Andrisani A, Donà G, Ambrosini G, Bonanni G, Bragadin M, Cosmi E, Clari G, Armanini D, Bordin L
Infertility affects 10-15% of couples trying to conceive and assisted reproduction techniques (ART) such as intrauterine insemination (IUI) and in vitro fertilization (IVF)/intracytoplasmic sperm injection (ICSI) can increase the possibility of conception. Sperm preparation protocols currently available for assisted conception include density gradient separation and washing methods, that are aimed at isolating and capacitating as much motile sperm as possible for subsequent oocyte fertilization
Sperm preparation in washing buffers is a very important step in maintaining the correct physiological activities of cells. The procedure widely adopted to assess cell viability is normally restricted to evaluation of flagellum motility/hyperactivation, a parameter which is insufficient for sperm characterization.
Recent studies emphasized the importance of the evaluation of novel parameters, such as biochemical analysis of the endogenous content of reactive oxygen species (ROS) and the level of Tyr-phosphorylation of the cells, as mostly efficacy features depicting the correct status of sperm. (Donà et al., 2011). In fact, only when the above mechanisms are correctly satisfied, sperm may be considered capacitated and can undergo acrosome reaction. Capacitation is a set of alterations leading to the acrosome reaction (AR), an exocytotic process mediated by hydrolytic enzymes (e.g acrosin) that are released to allow sperm to fertilize the oocyte. What is to be underlined is that one of the most delicate step in the ART procedure is represented by the correct sperm preparation, including initial washing and final incubation leading to the precious achievement of the capacitated status.
A recent study (Andrisani et al, 2014.) compared the effect of different commercial buffers according to their capacity to induce ROS production, the Tyr-P of the head and consequently, AR, paying particular attention to the cell survival at the end of 2h incubation. Interestingly, PSW-Nidacon was by far the best medium for sperm preparation: in fact, cells reaching the AR (67.2±7.9%) was almost three-five fold compared with results obtained with other commercial buffers. PSW-Nidacon also preserved cells from apoptosis (only 3.5±1.4% of total cells were not viable) compared with the great number observed with the other ones (Fig. 1).
(Andrisani et al., 2014)
Sperm, incubated for 180 min in capacitating conditions in different buffers, were analysed for Tyr-P pattern, AR and viability (NVC) by immunofluorescence cytochemistry as described in Methods. Number of cells expressed as % of the total amount of cells showing Tyr-P in any part of the cell-body, or in the head, were detected and reported as Tyr-P cells and Tyr-P head, respectively. Percentage of cells undergoing acrosome reaction or not viable cells (AR and NVC, respectively) were also reported.
Spontaneous AR percentages were also evaluated in each sample in the absence of A23187 and values reported (SAR).
**p<0.0001 and *p<0.02, comparing each sample against T0 (ANOVA followed by Dunnett’s post hoc test). Values are expressed as the mean ±SD.
The study also addressed the well-known problem on how buffers must be stored, since human serum albumin, glucose, lactate etc. promote bacterial/fungal contamination, thus resulting in increased buffer ROS production with a consequent fast sperm denaturation and inability to reach the capacitated state.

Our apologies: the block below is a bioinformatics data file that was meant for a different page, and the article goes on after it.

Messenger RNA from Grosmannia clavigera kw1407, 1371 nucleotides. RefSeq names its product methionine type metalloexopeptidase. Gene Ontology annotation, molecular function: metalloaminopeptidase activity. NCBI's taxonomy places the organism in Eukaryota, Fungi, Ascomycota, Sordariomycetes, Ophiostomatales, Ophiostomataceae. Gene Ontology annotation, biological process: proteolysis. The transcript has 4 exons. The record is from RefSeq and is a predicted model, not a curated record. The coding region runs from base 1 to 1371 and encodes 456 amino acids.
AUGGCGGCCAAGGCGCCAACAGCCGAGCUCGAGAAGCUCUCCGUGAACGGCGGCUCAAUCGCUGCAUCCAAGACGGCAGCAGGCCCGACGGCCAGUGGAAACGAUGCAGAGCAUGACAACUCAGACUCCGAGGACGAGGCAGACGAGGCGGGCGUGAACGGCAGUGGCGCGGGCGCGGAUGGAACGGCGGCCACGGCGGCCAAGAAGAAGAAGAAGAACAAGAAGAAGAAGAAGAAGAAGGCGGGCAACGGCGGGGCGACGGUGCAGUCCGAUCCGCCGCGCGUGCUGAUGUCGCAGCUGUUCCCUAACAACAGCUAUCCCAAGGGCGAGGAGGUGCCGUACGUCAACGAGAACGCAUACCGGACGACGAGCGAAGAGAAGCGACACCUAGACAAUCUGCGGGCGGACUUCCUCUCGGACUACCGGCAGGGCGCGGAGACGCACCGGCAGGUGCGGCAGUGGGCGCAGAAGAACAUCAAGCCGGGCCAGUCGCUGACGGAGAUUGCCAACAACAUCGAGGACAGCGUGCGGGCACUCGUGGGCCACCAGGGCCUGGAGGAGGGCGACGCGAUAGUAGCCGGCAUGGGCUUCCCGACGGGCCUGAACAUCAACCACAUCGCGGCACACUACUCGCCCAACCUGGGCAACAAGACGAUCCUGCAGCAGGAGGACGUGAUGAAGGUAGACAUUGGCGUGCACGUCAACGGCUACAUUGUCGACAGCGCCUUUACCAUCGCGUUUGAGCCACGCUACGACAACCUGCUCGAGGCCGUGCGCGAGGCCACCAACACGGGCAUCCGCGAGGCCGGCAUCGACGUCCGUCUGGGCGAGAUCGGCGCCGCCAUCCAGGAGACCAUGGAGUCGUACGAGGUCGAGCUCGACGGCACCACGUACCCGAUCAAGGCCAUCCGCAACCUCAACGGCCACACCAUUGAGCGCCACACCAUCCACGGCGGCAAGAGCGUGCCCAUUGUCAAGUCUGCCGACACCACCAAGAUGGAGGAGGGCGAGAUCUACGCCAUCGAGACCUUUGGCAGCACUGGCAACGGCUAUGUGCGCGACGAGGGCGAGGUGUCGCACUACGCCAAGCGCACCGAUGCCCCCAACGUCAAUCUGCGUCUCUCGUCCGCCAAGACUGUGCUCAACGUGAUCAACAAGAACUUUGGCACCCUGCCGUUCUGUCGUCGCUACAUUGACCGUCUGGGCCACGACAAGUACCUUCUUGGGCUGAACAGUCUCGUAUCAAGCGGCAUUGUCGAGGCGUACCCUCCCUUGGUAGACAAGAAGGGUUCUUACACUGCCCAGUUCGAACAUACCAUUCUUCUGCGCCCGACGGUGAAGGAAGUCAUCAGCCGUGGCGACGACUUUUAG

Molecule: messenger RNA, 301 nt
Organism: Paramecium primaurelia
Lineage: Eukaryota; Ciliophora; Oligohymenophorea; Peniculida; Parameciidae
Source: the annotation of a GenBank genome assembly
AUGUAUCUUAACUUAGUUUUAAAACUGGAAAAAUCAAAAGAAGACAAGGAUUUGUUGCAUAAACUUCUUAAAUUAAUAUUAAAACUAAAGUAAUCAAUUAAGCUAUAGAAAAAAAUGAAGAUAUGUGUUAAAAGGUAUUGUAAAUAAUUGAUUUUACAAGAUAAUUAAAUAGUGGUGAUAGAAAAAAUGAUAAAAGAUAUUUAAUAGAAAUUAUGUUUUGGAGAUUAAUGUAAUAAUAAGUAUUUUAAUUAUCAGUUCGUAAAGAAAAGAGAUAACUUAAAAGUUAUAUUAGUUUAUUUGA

Capacitation implies marked reorganization of membrane architecture, due to the activity of extracellular proteins which have the task of extracting cholesterol and reorganizing membrane in specialized microdomains, also called rafts, capable of remodelling and reorganizing themselves to undergo acrosome reaction.
Once capacitation has occurred, these rafts migrate from the flagellum, where they are found extensively, to the peri-acrosomal region where they presumably allow interaction with the oocyte . The buffers used in the ART for sperm preparation must induce optimal conditions to achieve AR, an, once more, PSW clearly showed the best membrane reorganization to achieve the potential AR (Fig. 2).
PSW-Nidacon is an optimal sperm medium to prepare sperm to undergo the potential successive AR. And to prevent time-dependent denaturation.
In order to avoid any complications, it is recommendable to use fresh buffer avoiding prolonged storage.
(Andrisani et al., 2014)
Sperms, incubated for up to 180 min in capacitating conditions in different buffers, were analysed for CTB labeling by immunofluorescence cytochemistry A) T0, control non-capacitated cells; sperm incubated in B) PSW-Nidacon ; C) PSW-Nidacon* D) Number of cells expressed as % of the total amount of cells showing CTB labeling in flagellum, head, or both as transient conditions, were detected and reported.
†† p<0.0001 and †p<0.02, comparing each sample against T0 (ANOVA). Values are expressed as the mean ±SD.
- Andrisani A, Donà G, Ambrosini G, Bonanni G, Bragadin M, Cosmi E, Clari G, Armanini D, Bordin L. Effect of various commercial buffers on sperm viability and capacitation. Syst Biol Reprod Med. 2014 Mar 27. [Epub ahead of print]
- Donà G, Fiore C, Andrisani A, Ambrosini G, Brunati A, Ragazzi E, Armanini D, Bordin L, Clari G.Evaluation of correct endogenous reactive oxygen species content for human sperm capacitation and involvement of the NADPH oxidase system.Hum Reprod. 2011;26(12):3264-73.
- Donà G, Fiore C, Tibaldi E, Frezzato F, Andrisani A, Ambrosini G, Fiorentin D, Armanini D, Bordin L, Clari G.Endogenous reactive oxygen species content and modulation of tyrosine phosphorylation during sperm capacitation.Int J Androl. 2011;34(5):411-9.